I reluctantly started on a 3rd attempt, and it seems to have been more successful this time. Thing is, I didn't do anything any differently (that I know of).

I'm seriously challenged when it comes to finishing skills, and this experience just confirmed for me that I'm going to have to accept that I'll be outsourcing my finishes.

I may try a french polish on a future build to see how that works out.

Aug 25, 09 | 6:57 pm
frankie5fingers

Total Topics: 3
Total Posts: 8
Thanls to all. What I wound up doing is I resanded, using the Micro-mesh pads from 1200 - 12,000, then reapplied another very light coat of Tru Oil. The overall finish is not as glossy as before, but the streaks are gone. Any suggestions on buffing for more shine? I'd prefer a hand rubbed method vs a buffing pad if possible. Thanks again.

Aug 26, 09 | 7:18 am
RayRay

Total Topics: 21
Total Posts: 190
Frank, my experience with Tru-oil has been limited to maple necks on Tele's so far and I have finished 12 at this point..the first and second produced the streaks you mention and I found the "Tack Cloth" to definiately be the culprut...I do not sand between coats..but usually apply 9-12 thin coats with a clean all cotton "T" shirt wrapped around two large cotton balls...fully drying between coats and wiping down with naptha before applying the next coat and then polishing with micro-mesh after allowing to cure for a minimun of a week depending on humidity (Less than 45%).. the results have been very satisfactory to me. Here are a couple of pics prior to polishing...hopr yhis helps..good luck!






Aug 27, 09 | 9:28 am
frankie5fingers

Total Topics: 3
Total Posts: 8
Thanks RayRay, that's great, Naptha it is then. 9-12 coats? The instructions I used only called for 3-5, not 9-12. Maybe I should do a few (several more)? What do you polish with? Thanks again, Frank.

Aug 27, 09 | 10:55 am
RayRay

Total Topics: 21
Total Posts: 190
Frank..I started out just burnishing with soft denim, then went to Stew-Mac's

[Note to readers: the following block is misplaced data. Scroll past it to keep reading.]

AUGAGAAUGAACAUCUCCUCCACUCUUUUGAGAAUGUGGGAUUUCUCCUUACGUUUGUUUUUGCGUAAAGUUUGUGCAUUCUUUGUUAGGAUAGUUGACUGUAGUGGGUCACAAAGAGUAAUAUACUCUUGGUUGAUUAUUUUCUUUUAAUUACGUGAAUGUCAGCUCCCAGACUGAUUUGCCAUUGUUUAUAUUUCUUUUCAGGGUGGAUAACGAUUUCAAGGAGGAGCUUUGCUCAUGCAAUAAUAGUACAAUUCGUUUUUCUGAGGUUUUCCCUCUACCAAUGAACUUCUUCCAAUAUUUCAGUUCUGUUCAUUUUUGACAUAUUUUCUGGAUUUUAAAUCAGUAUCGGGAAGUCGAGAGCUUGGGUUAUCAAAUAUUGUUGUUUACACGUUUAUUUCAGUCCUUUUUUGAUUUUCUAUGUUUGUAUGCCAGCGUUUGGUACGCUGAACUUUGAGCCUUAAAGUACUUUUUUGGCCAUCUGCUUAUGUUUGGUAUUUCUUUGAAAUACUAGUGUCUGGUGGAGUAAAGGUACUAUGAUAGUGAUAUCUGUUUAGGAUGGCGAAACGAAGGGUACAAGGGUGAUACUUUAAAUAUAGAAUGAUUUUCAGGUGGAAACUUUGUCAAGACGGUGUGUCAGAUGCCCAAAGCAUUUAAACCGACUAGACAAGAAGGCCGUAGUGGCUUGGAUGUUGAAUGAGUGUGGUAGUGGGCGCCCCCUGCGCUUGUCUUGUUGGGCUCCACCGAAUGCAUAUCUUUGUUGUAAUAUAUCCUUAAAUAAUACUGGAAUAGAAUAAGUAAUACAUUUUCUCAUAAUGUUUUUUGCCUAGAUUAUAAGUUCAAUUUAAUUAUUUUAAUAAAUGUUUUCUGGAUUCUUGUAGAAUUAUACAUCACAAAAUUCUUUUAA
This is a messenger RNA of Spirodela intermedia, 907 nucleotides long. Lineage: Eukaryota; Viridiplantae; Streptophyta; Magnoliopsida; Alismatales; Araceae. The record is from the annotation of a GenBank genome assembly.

polishing compounds and finished up with 3M Perfect it! The last 3 were done with Micro Mesh up to 12,000. I like the micro mesh.
The extra coats.. VERY THIN...seem to guard against "Sand thru's" I have a heavy hand and am hard on edges.
I really like the feel of Tru-oiled necks..I have been using Renaissance Microcrystalline Wax..(Wax is not a good term because it is NOT wax!) on my instruments for sometime now and it really finishes and protects better than anything I've ever used before..here's a link that explains it better than I can..my Son has a high acid content in his system and this combo of Trui-oil and Renaissance is the only thing that protects the wood against damage on his instruments during long hot playing sessions.

http://www.woodfinishsupply.com/RenWax.html
Ray

Aug 27, 09 | 12:51 pm
frankie5fingers

Total Topics: 3
Total Posts: 8
Thanks Ray - I'll try it. What about bodies? I'm finishing a body with Tru Oil and I'm wondering what to polish with - just denim or should I use a polish too? BTW, great looking necks, I can't see the heel, are you makin' 'em? Thanks for the info, Frank.

Aug 27, 09 | 2:52 pm
RayRay

Total Topics: 21
Total Posts: 190
Frank, they are Warmoth necks, I'm just an "Assembler" at best...I was able to find out from another builder that the Tele bodies were done using the LMI instructions...sorry no pics..
A couple of things...be sure you carefully clean the surface after using the steel wool...once any particles are sealed in they are there forever...I use a micro fiber cloth with the naptha, it seems to pick up anything left on the surface..
Also, I spend a LOT of time in wood prep...raising the grain and sanding repeatedly IN ONE DIRECTION ONLY and I use a much finer grit than LMI recommends 800-1000 wet and dry.. I even use a magnifying glass to carefully inspect the wood surface for tiny scratches that may exist prior to using any finish.. I may be wrong and far too particular but I really think prep is 90% of the finishing process...good luck...let us see your results.

Ray

Aug 28, 09 | 5:29 am